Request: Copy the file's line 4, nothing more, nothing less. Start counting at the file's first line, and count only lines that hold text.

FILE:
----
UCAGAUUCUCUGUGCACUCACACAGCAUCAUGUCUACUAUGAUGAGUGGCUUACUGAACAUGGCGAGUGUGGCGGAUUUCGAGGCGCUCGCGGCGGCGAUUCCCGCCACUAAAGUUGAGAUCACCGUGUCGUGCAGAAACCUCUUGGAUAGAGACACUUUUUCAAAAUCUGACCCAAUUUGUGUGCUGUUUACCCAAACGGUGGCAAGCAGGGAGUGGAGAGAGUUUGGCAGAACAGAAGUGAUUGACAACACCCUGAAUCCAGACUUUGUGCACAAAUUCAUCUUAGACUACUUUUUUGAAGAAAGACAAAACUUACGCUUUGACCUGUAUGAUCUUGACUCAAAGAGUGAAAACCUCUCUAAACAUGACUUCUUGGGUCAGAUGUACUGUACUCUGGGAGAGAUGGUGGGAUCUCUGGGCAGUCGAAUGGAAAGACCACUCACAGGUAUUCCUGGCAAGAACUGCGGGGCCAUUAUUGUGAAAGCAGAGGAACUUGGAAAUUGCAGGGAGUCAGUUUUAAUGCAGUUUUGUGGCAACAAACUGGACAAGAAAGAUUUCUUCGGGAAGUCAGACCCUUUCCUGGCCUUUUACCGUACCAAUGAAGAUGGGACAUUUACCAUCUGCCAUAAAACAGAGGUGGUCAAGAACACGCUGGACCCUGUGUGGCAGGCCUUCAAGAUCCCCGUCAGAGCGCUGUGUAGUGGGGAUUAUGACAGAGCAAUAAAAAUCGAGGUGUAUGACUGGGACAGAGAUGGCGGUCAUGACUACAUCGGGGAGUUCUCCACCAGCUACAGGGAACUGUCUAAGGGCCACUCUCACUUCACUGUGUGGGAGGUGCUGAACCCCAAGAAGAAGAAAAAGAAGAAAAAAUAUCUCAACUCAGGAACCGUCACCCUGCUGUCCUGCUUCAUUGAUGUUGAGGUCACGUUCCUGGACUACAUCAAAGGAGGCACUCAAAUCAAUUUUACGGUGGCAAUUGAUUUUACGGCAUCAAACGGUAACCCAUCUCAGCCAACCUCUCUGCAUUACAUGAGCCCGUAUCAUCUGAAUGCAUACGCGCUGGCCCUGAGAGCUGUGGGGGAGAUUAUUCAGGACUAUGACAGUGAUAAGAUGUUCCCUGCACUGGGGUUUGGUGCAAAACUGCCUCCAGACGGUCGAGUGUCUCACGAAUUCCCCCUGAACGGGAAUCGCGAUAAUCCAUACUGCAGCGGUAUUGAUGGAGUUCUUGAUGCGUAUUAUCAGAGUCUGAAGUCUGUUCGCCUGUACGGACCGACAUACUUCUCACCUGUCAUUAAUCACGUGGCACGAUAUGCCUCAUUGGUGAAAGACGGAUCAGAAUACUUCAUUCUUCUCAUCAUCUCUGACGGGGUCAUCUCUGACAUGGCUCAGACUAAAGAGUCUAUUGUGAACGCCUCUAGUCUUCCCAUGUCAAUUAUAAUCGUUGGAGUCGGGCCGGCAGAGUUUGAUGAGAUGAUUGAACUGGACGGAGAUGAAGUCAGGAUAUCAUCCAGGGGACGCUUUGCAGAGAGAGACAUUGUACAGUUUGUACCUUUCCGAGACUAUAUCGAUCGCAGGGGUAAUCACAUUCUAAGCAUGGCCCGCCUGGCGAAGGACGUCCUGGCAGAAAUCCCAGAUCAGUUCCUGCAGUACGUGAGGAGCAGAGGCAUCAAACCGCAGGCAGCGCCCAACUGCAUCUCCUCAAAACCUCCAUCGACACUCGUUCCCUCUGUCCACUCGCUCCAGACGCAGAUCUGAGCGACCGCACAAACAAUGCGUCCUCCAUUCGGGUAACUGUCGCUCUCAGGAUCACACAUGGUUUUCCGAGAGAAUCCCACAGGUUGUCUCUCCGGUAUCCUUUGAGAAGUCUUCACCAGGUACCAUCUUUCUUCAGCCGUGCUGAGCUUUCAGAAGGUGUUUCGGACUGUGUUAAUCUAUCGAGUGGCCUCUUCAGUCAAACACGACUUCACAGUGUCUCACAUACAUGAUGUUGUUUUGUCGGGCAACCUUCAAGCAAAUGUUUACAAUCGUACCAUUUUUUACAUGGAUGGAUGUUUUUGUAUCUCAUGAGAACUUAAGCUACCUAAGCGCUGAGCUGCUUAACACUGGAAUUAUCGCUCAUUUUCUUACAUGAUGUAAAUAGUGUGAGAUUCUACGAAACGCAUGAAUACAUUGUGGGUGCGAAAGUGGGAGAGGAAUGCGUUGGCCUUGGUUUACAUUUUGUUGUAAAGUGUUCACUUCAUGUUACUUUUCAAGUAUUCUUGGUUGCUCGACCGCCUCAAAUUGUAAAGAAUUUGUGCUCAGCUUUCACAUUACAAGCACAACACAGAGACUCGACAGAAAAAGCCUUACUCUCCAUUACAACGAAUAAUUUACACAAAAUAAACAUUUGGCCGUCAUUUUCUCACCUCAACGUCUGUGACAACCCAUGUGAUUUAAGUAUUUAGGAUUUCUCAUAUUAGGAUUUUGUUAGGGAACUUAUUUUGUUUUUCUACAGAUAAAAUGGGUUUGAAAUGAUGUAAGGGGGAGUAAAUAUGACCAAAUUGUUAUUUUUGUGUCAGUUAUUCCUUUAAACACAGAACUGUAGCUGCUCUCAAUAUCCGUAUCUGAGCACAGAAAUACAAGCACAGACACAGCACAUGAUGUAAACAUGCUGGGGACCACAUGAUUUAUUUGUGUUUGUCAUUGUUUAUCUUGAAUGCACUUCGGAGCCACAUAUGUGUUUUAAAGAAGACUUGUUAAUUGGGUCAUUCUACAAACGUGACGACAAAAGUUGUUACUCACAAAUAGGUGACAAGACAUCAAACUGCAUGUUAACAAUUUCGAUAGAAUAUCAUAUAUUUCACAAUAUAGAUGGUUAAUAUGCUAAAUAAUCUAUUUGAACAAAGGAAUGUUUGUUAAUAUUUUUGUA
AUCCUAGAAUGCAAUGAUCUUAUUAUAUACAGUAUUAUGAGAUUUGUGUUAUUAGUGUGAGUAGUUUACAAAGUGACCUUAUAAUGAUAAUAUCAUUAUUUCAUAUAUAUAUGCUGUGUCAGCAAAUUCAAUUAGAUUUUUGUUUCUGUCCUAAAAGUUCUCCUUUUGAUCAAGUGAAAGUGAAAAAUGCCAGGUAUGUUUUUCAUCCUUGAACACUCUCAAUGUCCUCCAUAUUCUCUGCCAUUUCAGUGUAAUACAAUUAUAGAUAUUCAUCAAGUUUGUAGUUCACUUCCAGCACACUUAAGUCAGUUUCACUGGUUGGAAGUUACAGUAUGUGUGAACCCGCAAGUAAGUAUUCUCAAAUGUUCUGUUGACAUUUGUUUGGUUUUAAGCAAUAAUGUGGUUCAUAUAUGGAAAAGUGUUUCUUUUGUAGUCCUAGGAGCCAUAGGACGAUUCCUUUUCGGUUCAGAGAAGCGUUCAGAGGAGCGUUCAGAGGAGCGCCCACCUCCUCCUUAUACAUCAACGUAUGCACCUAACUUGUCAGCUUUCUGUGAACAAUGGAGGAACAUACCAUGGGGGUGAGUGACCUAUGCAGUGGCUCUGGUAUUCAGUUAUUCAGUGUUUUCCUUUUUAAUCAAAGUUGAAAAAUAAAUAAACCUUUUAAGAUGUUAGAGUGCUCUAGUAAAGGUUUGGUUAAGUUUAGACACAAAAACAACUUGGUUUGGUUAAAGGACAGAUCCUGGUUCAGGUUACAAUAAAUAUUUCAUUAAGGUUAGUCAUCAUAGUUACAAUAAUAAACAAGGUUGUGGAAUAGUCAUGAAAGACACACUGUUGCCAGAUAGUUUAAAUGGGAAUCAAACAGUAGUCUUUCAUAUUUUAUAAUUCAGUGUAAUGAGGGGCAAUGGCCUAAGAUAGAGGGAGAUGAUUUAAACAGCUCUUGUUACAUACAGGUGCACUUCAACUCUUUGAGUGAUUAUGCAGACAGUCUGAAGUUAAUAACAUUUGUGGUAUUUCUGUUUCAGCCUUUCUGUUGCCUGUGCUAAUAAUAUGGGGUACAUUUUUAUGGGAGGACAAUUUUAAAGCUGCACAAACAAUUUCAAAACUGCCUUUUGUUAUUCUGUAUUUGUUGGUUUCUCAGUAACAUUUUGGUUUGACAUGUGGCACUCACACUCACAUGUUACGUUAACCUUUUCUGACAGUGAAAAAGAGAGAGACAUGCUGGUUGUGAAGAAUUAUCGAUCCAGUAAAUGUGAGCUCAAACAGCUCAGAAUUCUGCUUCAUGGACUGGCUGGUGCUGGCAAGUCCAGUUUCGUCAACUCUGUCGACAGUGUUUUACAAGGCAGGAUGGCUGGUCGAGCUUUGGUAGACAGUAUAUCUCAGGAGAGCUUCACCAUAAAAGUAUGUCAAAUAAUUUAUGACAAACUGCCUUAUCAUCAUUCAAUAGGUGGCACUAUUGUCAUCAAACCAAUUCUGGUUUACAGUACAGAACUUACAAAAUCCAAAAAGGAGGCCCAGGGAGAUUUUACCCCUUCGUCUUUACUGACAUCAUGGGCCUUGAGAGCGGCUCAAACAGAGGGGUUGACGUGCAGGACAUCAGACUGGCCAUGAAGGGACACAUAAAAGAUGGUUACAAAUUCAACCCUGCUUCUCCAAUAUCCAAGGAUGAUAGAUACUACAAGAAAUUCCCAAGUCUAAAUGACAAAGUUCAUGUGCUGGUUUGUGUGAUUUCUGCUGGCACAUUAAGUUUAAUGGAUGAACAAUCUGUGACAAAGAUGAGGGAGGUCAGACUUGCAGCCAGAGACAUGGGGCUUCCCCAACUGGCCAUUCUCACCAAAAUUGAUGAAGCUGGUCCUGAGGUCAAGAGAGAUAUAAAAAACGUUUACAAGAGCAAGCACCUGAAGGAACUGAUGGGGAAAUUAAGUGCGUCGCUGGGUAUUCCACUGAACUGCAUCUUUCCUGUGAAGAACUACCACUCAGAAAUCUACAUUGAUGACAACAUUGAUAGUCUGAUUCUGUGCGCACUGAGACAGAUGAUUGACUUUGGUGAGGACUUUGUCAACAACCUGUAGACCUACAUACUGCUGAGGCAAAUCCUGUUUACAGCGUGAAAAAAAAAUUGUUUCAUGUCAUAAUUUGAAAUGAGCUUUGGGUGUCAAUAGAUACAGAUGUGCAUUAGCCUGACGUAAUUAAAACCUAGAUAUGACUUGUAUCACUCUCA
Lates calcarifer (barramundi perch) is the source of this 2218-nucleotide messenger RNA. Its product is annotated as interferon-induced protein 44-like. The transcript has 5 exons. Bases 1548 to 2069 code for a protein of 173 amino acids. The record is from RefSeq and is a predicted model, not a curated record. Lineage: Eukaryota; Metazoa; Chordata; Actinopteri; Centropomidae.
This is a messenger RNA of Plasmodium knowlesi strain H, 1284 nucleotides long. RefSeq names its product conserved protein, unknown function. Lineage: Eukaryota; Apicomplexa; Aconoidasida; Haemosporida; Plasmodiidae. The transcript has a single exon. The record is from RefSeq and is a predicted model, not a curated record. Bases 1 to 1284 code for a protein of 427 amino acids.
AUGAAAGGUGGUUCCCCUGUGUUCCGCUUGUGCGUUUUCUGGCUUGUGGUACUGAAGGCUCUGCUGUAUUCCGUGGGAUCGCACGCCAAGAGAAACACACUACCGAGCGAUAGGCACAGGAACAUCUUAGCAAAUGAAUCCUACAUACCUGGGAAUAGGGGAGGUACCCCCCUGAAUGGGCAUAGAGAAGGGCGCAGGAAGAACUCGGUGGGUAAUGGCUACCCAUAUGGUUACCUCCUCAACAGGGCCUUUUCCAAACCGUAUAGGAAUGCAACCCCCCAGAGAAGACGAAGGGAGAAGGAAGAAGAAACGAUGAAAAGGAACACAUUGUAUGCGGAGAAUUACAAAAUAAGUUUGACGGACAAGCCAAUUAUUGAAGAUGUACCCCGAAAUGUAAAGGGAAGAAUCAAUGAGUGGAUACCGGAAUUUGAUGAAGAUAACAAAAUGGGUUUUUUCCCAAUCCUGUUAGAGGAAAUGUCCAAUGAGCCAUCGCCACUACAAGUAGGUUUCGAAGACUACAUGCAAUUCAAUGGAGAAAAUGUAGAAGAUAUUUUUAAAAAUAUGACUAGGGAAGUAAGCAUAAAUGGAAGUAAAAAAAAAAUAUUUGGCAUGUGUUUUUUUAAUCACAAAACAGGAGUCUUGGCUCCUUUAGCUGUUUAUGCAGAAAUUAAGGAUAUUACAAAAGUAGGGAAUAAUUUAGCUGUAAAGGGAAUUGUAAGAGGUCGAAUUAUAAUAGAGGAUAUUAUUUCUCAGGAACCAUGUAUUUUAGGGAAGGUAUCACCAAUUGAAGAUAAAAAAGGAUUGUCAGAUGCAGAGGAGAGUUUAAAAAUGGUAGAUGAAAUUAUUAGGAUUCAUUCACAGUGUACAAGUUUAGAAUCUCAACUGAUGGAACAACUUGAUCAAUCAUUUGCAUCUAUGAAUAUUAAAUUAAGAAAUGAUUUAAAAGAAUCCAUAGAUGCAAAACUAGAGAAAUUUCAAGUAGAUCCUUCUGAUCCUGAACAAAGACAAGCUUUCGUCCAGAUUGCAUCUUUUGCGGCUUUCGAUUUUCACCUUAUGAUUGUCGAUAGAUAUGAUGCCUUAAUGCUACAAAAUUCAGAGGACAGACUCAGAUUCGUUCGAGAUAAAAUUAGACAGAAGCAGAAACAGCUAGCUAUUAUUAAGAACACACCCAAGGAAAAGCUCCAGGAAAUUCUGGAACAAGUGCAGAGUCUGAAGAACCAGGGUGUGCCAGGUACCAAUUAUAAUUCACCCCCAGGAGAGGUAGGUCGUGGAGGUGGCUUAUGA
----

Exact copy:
This is a messenger RNA of Plasmodium knowlesi strain H, 1284 nucleotides long. RefSeq names its product conserved protein, unknown function. Lineage: Eukaryota; Apicomplexa; Aconoidasida; Haemosporida; Plasmodiidae. The transcript has a single exon. The record is from RefSeq and is a predicted model, not a curated record. Bases 1 to 1284 code for a protein of 427 amino acids.